You’ve seen it in Skyfall and all over the media. Now a UNESCO World Heritage Site, the ruins of Nagasaki Prefecture’s abandoned Hashima Island, better known as Gunkanjima (or “Battleship Island”), has attracted attention for its post-apocalyptic appearance.
What happened on Battleship Island?
As a world-class undersea mining operation, the island was once a symbol of Japan’s rapid industrialization. Bought by Mitsubishi in 1890, the previously uninhabited island was transformed with modern buildings and conveniences. These included early examples of concrete apartment blocks and electric lighting. By the 1950s, the population had swelled to as many as 5,000 people, attracted by solid wages and the unique mining culture. As coal power gave way to gasoline, coal prices fell, and many mines, including Hashima, were permanently closed. By 1975 the island was completely evacuated.
An abandoned Japanese island with a shady past
Hashima Island’s increase in popularity and status as a World Heritage Site, though, has not been without controversy. What many don’t know is that the island had a history of forced labor before and during World War II. The terrible conditions and unsafe environment led to untold suffering—along with as many as a thousand unrecorded deaths. Tour companies are often reluctant to talk about this, leading to suggestions that those in power are attempting to rewrite the island’s history in a more favorable light.
At the time of writing, Gunkanjima had no memorials to the victims of forced labor. Japan has pledged to set up a memorial and an information center in the years to come.
From local eyesore to world-famous attraction
Thanks to a total ban on visitors, Hashima was left to be reclaimed by what little nature remained—and remained practically untouched for decades. The eerie atmosphere of an industrial town where people seemingly disappeared mid-lunch eventually caught the public eye, and brave individuals started slowly but surely exploring and taking photos. With crumbling ruins, not to mention abandoned mines, unregulated visits were an accident waiting to happen. Perhaps to combat this danger, official guided tours were eventually introduced.
Since the Japanese government lifted the ban in 2009, the island has become a popular destination for visitors to Nagasaki and Fukuoka. To cater to demand, several companies have begun offering guided tours, starting from Nagasaki Port. Prices range from ¥3,900–¥5,100.
Important things to know before visiting Battleship Island
If you want to visit Battleship Island, here are some things to know beforehand.
1. You can’t visit Hashima Island on your own
Safety first is the key principle here! It may be one of Nagasaki’s top things to do, but the buildings on the island really are at risk of crumbling, and no one knows when, so the government has mandated that tourists can only visit as part of a sanctioned group. Unless you’re in journalism or media in general, sorry, that solo trip just isn’t happening. If you’re interested in visiting one of the many more accessible and less abandoned port towns while you’re in Japan, be sure to read our handy guide.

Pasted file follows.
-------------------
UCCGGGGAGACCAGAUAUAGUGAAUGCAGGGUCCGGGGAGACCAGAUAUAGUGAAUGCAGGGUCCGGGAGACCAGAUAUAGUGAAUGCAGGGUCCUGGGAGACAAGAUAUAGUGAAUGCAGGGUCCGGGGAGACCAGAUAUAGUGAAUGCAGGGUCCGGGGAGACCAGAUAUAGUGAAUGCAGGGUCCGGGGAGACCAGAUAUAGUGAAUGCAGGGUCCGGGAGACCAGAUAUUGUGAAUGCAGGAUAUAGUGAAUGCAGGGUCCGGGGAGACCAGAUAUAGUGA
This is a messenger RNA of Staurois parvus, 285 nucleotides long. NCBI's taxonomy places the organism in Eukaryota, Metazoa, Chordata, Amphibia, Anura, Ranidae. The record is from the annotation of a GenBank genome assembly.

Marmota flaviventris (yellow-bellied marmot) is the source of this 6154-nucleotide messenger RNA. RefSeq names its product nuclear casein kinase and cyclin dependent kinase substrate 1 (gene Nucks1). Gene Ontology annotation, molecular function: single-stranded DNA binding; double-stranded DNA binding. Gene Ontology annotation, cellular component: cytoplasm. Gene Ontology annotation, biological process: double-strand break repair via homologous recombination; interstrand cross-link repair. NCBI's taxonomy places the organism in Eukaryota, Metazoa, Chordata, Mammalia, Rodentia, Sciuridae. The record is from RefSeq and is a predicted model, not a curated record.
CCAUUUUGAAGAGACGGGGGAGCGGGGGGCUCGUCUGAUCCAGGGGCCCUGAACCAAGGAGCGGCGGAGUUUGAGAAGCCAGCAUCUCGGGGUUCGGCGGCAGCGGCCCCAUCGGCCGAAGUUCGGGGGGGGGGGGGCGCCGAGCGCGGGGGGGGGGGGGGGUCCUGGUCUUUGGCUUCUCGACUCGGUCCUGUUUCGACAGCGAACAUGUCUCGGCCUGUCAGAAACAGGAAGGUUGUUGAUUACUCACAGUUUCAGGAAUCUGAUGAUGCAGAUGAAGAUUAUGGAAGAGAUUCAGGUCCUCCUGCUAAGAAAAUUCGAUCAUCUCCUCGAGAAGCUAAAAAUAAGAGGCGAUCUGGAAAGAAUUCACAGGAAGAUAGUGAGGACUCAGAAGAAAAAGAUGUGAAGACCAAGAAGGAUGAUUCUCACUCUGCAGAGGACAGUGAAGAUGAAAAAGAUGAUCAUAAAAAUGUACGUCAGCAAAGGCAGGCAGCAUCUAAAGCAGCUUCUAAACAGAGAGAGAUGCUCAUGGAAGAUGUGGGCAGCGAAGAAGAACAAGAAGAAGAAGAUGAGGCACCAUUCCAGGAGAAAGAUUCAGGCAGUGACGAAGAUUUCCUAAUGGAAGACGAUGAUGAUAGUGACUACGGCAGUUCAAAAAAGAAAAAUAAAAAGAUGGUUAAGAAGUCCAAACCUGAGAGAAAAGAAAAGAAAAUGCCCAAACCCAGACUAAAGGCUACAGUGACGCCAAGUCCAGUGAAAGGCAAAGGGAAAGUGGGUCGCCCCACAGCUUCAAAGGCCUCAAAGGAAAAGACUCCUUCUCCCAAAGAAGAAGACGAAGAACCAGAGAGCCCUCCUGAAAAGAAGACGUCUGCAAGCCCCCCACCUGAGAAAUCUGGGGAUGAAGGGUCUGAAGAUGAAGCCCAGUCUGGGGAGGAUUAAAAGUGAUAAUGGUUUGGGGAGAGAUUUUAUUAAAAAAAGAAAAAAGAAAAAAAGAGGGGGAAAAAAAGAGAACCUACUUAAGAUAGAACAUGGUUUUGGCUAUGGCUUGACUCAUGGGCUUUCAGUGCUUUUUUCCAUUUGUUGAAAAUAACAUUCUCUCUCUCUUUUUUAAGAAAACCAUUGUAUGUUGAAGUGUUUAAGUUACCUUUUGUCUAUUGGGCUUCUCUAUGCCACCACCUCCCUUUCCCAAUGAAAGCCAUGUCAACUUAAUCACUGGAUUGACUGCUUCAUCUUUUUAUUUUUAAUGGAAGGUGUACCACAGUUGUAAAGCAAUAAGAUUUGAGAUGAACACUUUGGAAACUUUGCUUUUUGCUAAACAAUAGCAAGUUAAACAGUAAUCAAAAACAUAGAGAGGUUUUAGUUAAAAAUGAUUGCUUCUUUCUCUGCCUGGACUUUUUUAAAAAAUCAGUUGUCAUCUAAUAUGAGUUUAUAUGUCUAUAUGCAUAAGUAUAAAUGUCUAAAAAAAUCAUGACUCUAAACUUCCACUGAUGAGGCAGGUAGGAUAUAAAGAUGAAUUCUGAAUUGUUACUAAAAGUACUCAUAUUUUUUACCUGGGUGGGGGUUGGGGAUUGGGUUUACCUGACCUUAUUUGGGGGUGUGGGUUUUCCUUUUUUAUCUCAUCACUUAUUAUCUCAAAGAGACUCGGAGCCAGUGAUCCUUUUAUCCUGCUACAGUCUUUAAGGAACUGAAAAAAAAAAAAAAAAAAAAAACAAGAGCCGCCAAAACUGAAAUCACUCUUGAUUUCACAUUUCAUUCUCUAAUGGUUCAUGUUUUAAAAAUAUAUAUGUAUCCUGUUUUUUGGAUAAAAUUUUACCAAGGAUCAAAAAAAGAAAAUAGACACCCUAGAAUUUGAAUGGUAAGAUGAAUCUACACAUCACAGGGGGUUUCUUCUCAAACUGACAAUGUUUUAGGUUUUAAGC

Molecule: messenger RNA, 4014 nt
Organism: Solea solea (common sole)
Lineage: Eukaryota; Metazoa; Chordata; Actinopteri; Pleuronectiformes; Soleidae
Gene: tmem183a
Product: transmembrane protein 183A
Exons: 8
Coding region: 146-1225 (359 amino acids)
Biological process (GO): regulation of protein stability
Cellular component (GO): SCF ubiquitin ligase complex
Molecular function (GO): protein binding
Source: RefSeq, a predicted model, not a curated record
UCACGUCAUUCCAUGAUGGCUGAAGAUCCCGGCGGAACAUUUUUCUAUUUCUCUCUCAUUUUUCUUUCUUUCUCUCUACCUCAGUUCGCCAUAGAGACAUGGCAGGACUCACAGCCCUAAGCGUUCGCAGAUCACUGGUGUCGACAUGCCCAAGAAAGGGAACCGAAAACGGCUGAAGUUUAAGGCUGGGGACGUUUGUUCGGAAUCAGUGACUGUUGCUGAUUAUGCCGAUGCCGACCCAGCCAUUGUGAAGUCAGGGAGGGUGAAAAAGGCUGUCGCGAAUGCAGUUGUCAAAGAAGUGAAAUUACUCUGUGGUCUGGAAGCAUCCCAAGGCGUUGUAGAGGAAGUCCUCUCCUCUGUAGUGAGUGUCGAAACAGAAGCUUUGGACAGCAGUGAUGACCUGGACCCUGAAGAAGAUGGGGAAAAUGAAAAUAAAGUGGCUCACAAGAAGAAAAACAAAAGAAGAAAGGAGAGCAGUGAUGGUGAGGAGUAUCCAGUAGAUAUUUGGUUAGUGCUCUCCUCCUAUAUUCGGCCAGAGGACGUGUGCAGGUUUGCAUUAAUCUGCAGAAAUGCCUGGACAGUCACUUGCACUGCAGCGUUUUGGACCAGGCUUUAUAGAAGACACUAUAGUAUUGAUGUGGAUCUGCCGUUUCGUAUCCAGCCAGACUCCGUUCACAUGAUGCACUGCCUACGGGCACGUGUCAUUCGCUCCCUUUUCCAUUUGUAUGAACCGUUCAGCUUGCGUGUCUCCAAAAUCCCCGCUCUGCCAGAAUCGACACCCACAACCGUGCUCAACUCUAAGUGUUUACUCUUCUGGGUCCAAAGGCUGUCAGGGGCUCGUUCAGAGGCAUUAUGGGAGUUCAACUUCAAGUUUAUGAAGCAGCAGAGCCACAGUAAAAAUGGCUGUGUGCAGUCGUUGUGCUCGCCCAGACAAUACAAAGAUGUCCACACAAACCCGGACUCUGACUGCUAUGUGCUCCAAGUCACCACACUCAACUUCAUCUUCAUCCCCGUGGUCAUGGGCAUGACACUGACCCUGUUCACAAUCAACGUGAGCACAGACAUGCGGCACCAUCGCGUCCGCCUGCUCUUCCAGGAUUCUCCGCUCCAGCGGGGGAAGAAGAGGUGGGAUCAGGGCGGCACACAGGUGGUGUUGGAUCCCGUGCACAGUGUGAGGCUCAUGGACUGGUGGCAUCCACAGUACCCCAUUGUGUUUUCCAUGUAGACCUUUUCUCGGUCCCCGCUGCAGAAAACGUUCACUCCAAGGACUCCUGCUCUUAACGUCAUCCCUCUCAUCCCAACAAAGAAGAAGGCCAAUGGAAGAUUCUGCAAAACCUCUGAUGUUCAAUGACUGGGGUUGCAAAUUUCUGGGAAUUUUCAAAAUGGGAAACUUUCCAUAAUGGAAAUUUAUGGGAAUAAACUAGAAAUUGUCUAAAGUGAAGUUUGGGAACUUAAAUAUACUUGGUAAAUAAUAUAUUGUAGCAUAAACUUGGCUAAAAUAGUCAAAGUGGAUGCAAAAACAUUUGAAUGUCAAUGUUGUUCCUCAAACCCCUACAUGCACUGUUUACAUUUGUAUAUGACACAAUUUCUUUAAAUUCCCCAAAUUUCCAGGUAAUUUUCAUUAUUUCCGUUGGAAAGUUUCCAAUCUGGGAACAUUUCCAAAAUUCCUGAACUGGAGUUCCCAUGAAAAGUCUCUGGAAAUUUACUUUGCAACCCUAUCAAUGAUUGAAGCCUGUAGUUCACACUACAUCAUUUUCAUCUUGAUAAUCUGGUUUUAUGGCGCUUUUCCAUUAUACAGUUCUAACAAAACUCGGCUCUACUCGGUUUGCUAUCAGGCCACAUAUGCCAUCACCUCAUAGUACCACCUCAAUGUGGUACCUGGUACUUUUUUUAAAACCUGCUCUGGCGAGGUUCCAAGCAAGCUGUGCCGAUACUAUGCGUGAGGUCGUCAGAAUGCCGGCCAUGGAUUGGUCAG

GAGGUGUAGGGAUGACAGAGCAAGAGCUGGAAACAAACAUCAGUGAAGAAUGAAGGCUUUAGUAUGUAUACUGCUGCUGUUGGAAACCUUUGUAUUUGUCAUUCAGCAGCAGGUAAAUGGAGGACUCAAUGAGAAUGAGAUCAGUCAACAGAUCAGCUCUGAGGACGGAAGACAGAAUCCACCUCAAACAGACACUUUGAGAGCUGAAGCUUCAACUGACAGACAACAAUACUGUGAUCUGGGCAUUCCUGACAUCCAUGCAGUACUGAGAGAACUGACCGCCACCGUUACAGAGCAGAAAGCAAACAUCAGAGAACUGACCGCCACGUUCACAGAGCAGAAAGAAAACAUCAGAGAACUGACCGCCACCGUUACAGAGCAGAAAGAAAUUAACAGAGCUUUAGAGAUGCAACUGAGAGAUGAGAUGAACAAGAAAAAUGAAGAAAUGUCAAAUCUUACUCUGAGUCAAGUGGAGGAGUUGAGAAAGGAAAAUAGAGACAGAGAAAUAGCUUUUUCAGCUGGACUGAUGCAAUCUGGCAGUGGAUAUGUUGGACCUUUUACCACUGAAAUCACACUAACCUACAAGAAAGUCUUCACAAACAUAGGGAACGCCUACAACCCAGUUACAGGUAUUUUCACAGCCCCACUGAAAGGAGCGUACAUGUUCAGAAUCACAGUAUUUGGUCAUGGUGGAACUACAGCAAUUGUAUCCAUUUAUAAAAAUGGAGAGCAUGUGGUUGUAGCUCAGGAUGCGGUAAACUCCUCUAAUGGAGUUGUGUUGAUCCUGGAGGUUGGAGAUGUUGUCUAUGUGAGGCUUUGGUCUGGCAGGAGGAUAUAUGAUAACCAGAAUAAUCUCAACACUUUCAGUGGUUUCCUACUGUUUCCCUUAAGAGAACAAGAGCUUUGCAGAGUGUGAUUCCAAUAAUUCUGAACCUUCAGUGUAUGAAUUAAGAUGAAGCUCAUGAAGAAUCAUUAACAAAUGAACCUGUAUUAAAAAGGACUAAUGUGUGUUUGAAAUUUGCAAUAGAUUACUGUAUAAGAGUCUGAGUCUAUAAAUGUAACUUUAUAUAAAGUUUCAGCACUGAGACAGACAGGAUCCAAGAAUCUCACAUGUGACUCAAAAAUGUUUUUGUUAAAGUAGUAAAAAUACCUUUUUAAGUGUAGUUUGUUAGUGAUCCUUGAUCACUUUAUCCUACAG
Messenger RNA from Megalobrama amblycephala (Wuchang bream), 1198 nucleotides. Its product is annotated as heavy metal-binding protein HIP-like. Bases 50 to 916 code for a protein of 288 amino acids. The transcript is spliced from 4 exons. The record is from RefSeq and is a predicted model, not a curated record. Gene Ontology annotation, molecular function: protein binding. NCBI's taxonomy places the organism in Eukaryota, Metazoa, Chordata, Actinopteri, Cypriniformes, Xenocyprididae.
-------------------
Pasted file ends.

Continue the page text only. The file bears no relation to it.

Pro tip: This tour to Battleship Island is pretty good.
2. Nagasaki weather gets pretty rough
Gunkanjima is surrounded by treacherous waters. The sea is harsh, and even a slightly rainy, cloudy, and/or windy day is enough to set off the waves and impede visibility. Consequently, cruise companies reserve the right to cancel tours due to bad weather, even on the day of the tour itself or while you’re aboard the ferry.
Don’t worry; you’ll usually get a full or partial refund and/or something else to not waste your efforts, such as a replacement tour or a decent souvenir. In any case, just keep in mind that there’s always the risk of the tour not pushing through for reasons beyond human control. For reference, Yamasa Shipping’s website mentions that on average, the number of days in a year that tours successfully push through is around 100.
3. Gunkanjima is not for the faint of heart
See the above point on Gunkanjima’s waters. More than the cost, the major obstacles to visiting Hashima Island are inclement weather and health. If you’re prone to seasickness and motion sickness, this probably isn’t the tour for you. On a particularly rough day, even those who don’t easily suffer from those conditions may also feel unwell.
I don’t get motion sickness easily, but there were several times when I felt like throwing up, and I finally did during the ride back. Having anticipated that guests might feel uncomfortable on the journey, the staff distribute towels, candy, vomit bags, and even a wristband that’s supposed to help combat motion sickness, but those still weren’t enough for me. (They don’t sell anti-motion sickness medicine, though, so bring your own just in case.)
If these don’t discourage you, then good for you, but just remember that your health is more important than any tour, however awesome it may be. In my case, it was a short but memorable experience, but would I do it again? I don’t think so, because of the bumpy ride!
4. You may be refused admittance based on your physical condition
This isn’t because of discrimination, but again, it’s for safety reasons. The tour companies we listed don’t reject reservations from pregnant women, as well as people with disabilities and chronic illnesses. However, harsh weather conditions and other unforeseen circumstances could still lead to pregnant women suddenly being barred from joining a tour.
Moreover, ferries are not wheelchair accessible, and Gunkanjima isn’t a wheelchair-friendly location, either. Those with serious chronic illnesses are also discouraged from joining. It’s best to inform the tour companies beforehand about any physical conditions you have, just so you have an idea of whether you can go ahead with that reservation.
5. Newborn babies and pets are not allowed on board
We’re not sure why anyone would think of bringing a baby or a pet to a tour like this, but if you’re thinking about it … don’t. While the tour companies’ FAQs don’t mention banning babies that aren’t newborns, we really don’t think it’s a good idea to take babies or small children along on a tour of Hashima Island.